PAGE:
Personal freedom is extremely important, but as a society, we already accept the notion that you gain freedom as a society at the cost of some measure of personal freedom. What is important is where you want the balance, because there will always be one.
For example, we have financial freedom at the expense of giving bank robbers the freedom to rob everyone else of their hard-earned cash.
The question then boils down to this. Is the society's gain in freedom from smoking worth the price of the individual's freedom? This is a very different question than usually gets asked, as it's not a case of freedom vs. no freedom, but rather a case of whos freedom is of greater worth.
This is not a trivial question. As McVeigh found out, Americans are -very- divided over where personal freedom ends, and society's freedom begins. This is a hot issue, and always has been. (Indeed, most of the "fringe" groups are simply people who have weighted one side or the other, in advance.)
Now we get to my -personal- opinion. There is some evidence that secondary smoking is hazardous to people's health. Further, there is some evidence that some corporations have, in the past, tampered with their products in order to make them artificially much more addictive.
Let's take that second case first. The selling of one product under the pretense that it is something else seems a clear-cut infringement on society's freedom to choose. Any argument that the corporation has freedom to sell what it likes is pushing things. If you went to a restraunt and ordered a green salad, but got a live squid instead, you'd probably tell that restraunt where it could put it's personal freedom. The customer's right to choose supercedes any right the company has to choose what to give. (Microsoft excepted.)
Ok, now onto that first case, where claims indicate that secondary smoke is harmful. Certainly, it makes a lot of sense that toxins that exist in the smoke breathed in are going to be in all the other smoke, too. There's not a whole lot to prevent them being there. But is the concentration high enough to be harmful?
There is no clear-cut answer to this one, IMHO. Some chemicals are harmful at ANY concentration. Others are harmful, if a given concentration is exceeded at any given time. Yet others, it's not the concentration, it's the lifetime exposure that matters. Some chemicals will be removed by the body, quickly. Others will be retained for significant periods of time. Arguing the hazard level is going to be fraught with complications.
Conclusions? Until the hazard level of secondary smoke can be determined, it should be treated like any other potential hazard -- you don't expose those who can't avoid any harm there might be. Beyond that, it would be difficult to justify any bans or restrictions beyond those that already exist.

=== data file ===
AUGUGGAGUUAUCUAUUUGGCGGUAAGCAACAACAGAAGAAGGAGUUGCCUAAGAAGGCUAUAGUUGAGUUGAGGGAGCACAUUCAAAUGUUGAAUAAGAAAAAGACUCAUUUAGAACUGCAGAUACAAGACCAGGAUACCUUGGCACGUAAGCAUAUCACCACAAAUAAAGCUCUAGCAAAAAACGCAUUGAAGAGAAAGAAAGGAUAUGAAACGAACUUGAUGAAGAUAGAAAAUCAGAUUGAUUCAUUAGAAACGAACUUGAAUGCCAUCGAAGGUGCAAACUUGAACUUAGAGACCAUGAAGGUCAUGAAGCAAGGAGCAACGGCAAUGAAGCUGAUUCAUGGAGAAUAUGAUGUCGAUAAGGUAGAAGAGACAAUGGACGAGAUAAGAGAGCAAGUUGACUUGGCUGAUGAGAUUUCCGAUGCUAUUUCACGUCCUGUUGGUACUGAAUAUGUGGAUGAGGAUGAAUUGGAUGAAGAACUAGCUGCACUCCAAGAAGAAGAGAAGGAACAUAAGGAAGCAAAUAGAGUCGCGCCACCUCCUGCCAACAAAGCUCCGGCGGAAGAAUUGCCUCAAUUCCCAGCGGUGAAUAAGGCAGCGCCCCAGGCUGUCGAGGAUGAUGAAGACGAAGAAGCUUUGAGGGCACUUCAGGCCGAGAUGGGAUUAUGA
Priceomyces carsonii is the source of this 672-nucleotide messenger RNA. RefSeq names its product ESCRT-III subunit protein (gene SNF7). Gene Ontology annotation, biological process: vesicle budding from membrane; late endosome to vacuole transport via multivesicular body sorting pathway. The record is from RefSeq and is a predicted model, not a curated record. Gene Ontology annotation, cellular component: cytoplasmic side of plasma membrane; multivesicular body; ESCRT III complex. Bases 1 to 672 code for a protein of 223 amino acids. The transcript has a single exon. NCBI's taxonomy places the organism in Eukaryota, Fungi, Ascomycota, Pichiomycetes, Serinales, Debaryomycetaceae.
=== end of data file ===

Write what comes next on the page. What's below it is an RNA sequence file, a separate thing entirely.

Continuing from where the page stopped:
IMHO, the smokers aren't the problem, anyway. The problems that need to be addressed are:
- WHY people start smoking. (Let's face it - breathing hot ash and road surface scrapings sounds as appealing as bungi jumping down Mt Vesuvius. On the other hand, toxic stress and emotional strain can make almost anything sound appealing.)
- WHETHER manufacturers have, at some point, given a fraudulant product. (If you didn't get what you thought you bought, then was your purchase YOUR choice??)
- WHETHER manufacturers have targetted emotionally-vulnerable groups. (Excuse me, but you can "sell" anything to someone who is technically incompetent to make the decision to buy, whether or not they're legally considered competent.)
- WHETHER manufacturers have falsified, directly or indirectly, any of their data on their products. (Filters that magically only filter during tests can definitely be considered suspect.)
You notice that smokers only appear once in the list, and that's ONLY to seperate those who made a rational choice from those incapable of doing so. All the rest are suspected and alleged malpractices by manufacturers.
IMHO, if the malpractices were absolutely clamped-down on, and any/all consumer protection laws were actually enforced for once, the risks to smokers and non-smokers would be greatly reduced and/or people would actually know what those risks really were.
IMHO, this (for now) would be sufficient. Once the facts are known, and once the market has adjusted for the presence of a bit of honesty, those who continued to smoke, or chose to start, should be at liberty to do so, provided it did not impinge on the liberties of non-smokers to avoid the smoke.
There should not be a war between the smokers and non-smokers. If there should be a war at all, it should be truth vs untruth, with smokers and non-smokers alike arguing for the cause of truth.